How Clarksons helps offshore wind developers to understand the local marketplace
Achieving your objectives within the global offshore wind market requires a locally focused lens. That includes having open, ongoing communication with local stakeholders, an understanding of each relevant country’s specific regulations and restrictions, and detailed insight into the availability and capabilities of critical port and vessel assets.
For developers, OEMs, EPCI’s, and investors considering offshore wind opportunities in frontier markets, attention must be given to relevant domestic laws required to bring a commercial offshore wind project online. Of equal importance is the consideration of the steps that should be taken to minimise commercial and operational risk at each stage.
The fact that legal frameworks are still under development in many countries can be regarded as a major limiting factor to the expansion of offshore wind energy. Moreover, national planning rules vary significantly within a region, with often confusing and contradictory legal frameworks within individual countries.
Knowing local rules and understanding how they impact the strategy for sourcing and operating vessels becomes critical. An example of this can be seen in the US, where the cabotage law is a substantial cost driver to offshore wind development. Faced with a lack of Jones Act‐compliant WTIVs (only one under construction), offshore wind developers have been forced to adopt less efficient workarounds to avoid violating the law. Installing wind turbines off Block Island, for example, required the use of Jones Act‐compliant lift boats to transport turbine components from a nearby port to a foreign‐flagged WTIV, which are barred from performing the transportation.
Local content regulations also need to be thoroughly understood when entering a market. Few countries can offer a pipeline large enough to justify the efficient local manufacture of every component of an offshore wind farm. Staying on the right side of these regulations can increase costs for developers, and complexity into supply chains. Getting the balance right for local content requires an honest, robust, and informed analysis between government regulations, developers, local content requirements and the supply chain. At Clarksons, we have hands on operational experience, managing these challenges and our teams are continuously tracking what assets, capabilities and resource exists within a local market, alongside any deficits that may exist. On behalf of our clients, we can create companies, joint ventures, and supply in a market to support the ongoing development of offshore wind in new areas.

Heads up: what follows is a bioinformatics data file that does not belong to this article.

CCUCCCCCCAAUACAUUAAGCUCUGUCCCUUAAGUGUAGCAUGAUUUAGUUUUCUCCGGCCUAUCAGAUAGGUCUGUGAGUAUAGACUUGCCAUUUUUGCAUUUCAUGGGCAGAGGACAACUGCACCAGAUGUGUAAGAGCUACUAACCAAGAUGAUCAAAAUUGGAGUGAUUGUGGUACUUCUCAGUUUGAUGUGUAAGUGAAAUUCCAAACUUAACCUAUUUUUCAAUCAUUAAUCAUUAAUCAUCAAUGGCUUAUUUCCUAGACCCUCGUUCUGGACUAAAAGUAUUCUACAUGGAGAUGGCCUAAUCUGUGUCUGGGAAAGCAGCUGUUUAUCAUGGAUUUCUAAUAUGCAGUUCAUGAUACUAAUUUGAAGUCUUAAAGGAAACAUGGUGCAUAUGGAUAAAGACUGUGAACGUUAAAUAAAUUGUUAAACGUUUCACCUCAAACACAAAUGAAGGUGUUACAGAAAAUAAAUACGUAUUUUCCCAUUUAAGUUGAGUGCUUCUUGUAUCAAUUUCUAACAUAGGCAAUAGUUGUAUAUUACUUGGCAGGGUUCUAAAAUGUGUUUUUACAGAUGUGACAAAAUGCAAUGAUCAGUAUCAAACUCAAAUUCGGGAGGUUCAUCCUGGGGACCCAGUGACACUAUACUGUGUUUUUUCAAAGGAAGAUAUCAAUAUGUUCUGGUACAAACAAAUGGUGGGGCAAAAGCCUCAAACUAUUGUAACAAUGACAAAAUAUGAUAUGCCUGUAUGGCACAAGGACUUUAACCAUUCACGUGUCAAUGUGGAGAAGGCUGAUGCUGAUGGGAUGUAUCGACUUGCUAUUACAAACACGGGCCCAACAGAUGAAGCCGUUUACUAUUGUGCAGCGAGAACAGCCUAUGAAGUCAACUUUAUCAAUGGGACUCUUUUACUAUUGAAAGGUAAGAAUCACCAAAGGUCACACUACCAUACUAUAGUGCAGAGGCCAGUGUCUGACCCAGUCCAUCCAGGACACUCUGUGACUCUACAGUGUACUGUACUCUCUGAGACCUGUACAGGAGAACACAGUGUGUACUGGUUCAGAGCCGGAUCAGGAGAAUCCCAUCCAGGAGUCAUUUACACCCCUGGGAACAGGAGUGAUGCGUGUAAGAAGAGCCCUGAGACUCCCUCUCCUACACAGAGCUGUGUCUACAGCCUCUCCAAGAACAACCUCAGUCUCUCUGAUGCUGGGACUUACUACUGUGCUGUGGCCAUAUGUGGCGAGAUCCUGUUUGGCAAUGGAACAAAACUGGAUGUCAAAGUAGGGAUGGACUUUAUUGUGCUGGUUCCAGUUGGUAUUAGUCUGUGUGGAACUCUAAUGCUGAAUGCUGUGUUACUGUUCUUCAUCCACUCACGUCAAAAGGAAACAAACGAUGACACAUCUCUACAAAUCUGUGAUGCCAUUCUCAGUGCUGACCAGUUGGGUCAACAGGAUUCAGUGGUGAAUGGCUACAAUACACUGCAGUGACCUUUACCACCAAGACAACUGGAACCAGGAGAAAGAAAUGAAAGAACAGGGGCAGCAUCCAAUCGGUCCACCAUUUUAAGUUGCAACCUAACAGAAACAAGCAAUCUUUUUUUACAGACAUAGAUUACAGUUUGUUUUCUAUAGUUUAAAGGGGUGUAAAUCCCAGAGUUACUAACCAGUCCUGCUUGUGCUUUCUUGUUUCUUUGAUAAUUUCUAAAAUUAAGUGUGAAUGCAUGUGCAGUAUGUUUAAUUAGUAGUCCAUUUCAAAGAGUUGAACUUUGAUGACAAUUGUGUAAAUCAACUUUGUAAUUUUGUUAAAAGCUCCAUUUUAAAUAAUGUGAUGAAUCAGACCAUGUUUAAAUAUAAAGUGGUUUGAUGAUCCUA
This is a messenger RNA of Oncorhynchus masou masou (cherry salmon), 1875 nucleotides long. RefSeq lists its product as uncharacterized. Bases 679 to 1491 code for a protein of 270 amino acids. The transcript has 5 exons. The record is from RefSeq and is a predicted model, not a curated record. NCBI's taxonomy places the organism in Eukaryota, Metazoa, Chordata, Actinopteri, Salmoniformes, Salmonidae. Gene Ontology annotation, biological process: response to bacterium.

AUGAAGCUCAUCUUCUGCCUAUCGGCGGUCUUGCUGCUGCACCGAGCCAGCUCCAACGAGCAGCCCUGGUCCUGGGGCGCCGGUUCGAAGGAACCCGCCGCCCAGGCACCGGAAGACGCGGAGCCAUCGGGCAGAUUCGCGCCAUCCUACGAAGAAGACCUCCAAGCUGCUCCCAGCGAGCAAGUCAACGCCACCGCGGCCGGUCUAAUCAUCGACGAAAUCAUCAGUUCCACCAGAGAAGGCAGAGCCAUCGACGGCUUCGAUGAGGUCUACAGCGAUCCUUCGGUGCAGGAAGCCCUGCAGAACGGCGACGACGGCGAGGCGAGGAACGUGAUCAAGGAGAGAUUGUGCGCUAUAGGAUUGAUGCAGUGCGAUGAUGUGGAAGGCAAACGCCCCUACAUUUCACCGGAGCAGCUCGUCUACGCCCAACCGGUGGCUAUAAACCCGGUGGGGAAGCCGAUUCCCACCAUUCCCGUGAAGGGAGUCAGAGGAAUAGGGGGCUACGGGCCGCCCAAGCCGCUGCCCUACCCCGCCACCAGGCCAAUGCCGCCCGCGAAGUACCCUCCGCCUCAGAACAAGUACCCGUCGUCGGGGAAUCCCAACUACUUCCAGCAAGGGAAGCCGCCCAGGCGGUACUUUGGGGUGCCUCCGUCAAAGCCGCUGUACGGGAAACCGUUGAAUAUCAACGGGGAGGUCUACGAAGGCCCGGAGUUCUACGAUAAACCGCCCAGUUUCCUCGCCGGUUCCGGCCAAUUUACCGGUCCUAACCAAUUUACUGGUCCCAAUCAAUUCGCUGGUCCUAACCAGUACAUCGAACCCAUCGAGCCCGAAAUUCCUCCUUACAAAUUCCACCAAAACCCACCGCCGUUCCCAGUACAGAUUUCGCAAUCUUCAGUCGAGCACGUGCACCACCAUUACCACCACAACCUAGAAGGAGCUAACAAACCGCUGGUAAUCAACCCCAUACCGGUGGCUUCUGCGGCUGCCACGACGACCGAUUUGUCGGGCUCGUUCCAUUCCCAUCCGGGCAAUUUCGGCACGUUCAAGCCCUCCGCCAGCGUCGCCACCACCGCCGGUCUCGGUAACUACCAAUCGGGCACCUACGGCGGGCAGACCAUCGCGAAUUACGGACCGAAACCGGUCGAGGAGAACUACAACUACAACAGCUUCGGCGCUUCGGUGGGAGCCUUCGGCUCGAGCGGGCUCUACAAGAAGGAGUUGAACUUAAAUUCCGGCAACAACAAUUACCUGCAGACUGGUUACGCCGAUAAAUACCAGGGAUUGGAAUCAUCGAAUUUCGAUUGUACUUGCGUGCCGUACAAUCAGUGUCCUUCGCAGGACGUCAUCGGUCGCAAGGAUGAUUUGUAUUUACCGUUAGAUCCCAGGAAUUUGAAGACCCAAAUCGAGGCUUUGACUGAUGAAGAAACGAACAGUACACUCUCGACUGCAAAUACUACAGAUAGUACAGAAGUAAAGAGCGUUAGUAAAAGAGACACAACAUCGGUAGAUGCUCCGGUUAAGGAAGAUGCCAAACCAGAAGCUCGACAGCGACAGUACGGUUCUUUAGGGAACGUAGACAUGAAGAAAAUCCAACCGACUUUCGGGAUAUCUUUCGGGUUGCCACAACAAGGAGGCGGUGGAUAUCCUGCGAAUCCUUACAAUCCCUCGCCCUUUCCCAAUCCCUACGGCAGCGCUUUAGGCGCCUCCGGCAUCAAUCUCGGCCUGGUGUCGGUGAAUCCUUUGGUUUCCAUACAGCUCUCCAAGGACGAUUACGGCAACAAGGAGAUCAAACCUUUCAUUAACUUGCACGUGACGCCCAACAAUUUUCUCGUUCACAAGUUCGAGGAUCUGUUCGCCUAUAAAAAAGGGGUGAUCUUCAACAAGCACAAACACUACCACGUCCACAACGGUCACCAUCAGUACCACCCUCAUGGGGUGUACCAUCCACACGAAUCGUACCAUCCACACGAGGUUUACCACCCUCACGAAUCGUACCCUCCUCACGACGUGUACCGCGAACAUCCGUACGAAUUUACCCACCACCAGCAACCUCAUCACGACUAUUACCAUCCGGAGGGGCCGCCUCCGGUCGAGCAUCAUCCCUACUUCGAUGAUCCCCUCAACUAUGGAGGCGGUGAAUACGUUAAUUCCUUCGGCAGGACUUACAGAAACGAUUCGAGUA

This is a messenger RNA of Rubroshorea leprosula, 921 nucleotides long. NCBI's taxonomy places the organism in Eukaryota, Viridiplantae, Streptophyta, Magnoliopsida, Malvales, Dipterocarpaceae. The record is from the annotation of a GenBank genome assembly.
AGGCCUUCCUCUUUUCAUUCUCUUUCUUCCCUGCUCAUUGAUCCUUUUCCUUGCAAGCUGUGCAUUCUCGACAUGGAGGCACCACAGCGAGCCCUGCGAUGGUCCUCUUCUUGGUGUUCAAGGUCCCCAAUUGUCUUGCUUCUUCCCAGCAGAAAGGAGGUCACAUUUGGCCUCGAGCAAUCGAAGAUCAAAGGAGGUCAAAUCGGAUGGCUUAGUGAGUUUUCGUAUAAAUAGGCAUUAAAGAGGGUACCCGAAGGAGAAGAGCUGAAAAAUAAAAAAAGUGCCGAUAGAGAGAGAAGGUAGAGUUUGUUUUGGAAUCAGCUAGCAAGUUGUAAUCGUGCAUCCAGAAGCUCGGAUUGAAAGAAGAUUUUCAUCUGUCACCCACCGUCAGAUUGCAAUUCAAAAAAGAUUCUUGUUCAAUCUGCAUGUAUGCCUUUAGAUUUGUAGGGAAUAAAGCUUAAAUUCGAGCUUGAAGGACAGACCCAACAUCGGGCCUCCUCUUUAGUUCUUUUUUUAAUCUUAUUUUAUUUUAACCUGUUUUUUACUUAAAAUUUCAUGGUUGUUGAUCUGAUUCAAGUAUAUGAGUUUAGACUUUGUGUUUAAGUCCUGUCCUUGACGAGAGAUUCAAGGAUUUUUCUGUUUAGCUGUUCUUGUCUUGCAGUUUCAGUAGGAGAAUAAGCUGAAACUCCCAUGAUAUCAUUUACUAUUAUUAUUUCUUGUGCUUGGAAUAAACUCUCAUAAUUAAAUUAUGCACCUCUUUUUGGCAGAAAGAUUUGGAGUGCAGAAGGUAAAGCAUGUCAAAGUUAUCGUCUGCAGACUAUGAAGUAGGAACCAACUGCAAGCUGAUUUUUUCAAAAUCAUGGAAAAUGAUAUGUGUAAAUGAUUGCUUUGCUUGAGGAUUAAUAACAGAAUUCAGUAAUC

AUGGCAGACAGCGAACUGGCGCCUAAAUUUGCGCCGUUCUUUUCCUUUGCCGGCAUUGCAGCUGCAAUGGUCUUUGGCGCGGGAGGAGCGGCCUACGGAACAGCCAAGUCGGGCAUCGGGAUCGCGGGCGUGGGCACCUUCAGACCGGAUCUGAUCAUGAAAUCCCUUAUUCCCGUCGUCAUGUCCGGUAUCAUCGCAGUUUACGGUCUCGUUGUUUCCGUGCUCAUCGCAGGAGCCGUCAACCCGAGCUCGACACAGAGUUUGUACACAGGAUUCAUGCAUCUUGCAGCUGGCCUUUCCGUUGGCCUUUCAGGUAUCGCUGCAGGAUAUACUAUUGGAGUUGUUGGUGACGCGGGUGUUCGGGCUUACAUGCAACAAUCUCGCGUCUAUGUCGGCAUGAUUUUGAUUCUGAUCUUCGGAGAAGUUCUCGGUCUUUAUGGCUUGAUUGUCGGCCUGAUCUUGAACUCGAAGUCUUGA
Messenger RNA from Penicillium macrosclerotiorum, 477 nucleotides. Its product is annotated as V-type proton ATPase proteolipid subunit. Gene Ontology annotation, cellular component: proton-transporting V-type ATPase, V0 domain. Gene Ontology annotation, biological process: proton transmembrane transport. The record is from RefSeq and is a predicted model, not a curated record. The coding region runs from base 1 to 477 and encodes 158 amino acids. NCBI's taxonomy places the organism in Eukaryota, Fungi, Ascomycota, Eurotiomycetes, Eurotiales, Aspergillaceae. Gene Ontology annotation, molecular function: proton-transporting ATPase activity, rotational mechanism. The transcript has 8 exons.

The works relating to the construction of offshore wind projects are diverse and challenging. This applies not only to the equipment and vessels to be used, but also to the applicable legal framework and treatment. Foreign flagged vessels must naturally comply with their respective flag state’s regulations and classification requirements, but to be able to make a port call, they are also required to be classified according to international standards, i.e., IMO. This becomes complex when certain local markets may or may not comply to these international standards but instead have their own unique set of regulations. Taiwan, for example, is not a member of the IMO and did not sign the Memorandum of Understanding on Port State Control in the Asia-Pacific Region. In this scenario, Clarksons can help clients understand the intricacies and nuances of the local market and how they interconnect with the wider international framework.
Clarksons will work as an extension of a clients’ team, we help to bridge the information gap, enabling them to develop an informed strategy. As renewables industry specialists, we have the local market experience, technical insight, and commercial knowledge to develop or review a strategy for our clients to succeed. We convert deep industry insights into practical, actionable strategies for sustainable competitive advantage.
Entering new offshore wind markets is challenging. Only a few experienced international players have managed to organically penetrate new markets around the world. As new participants enter the industry, companies should invest time and resources to plan and execute their bid strategy to improve their probability of success, and work with partners such as Clarksons to ensure they have the insight required to succeed.
Written by, David Matthews, Head of Strategy Offshore Renewables Division at Clarksons Renewables.
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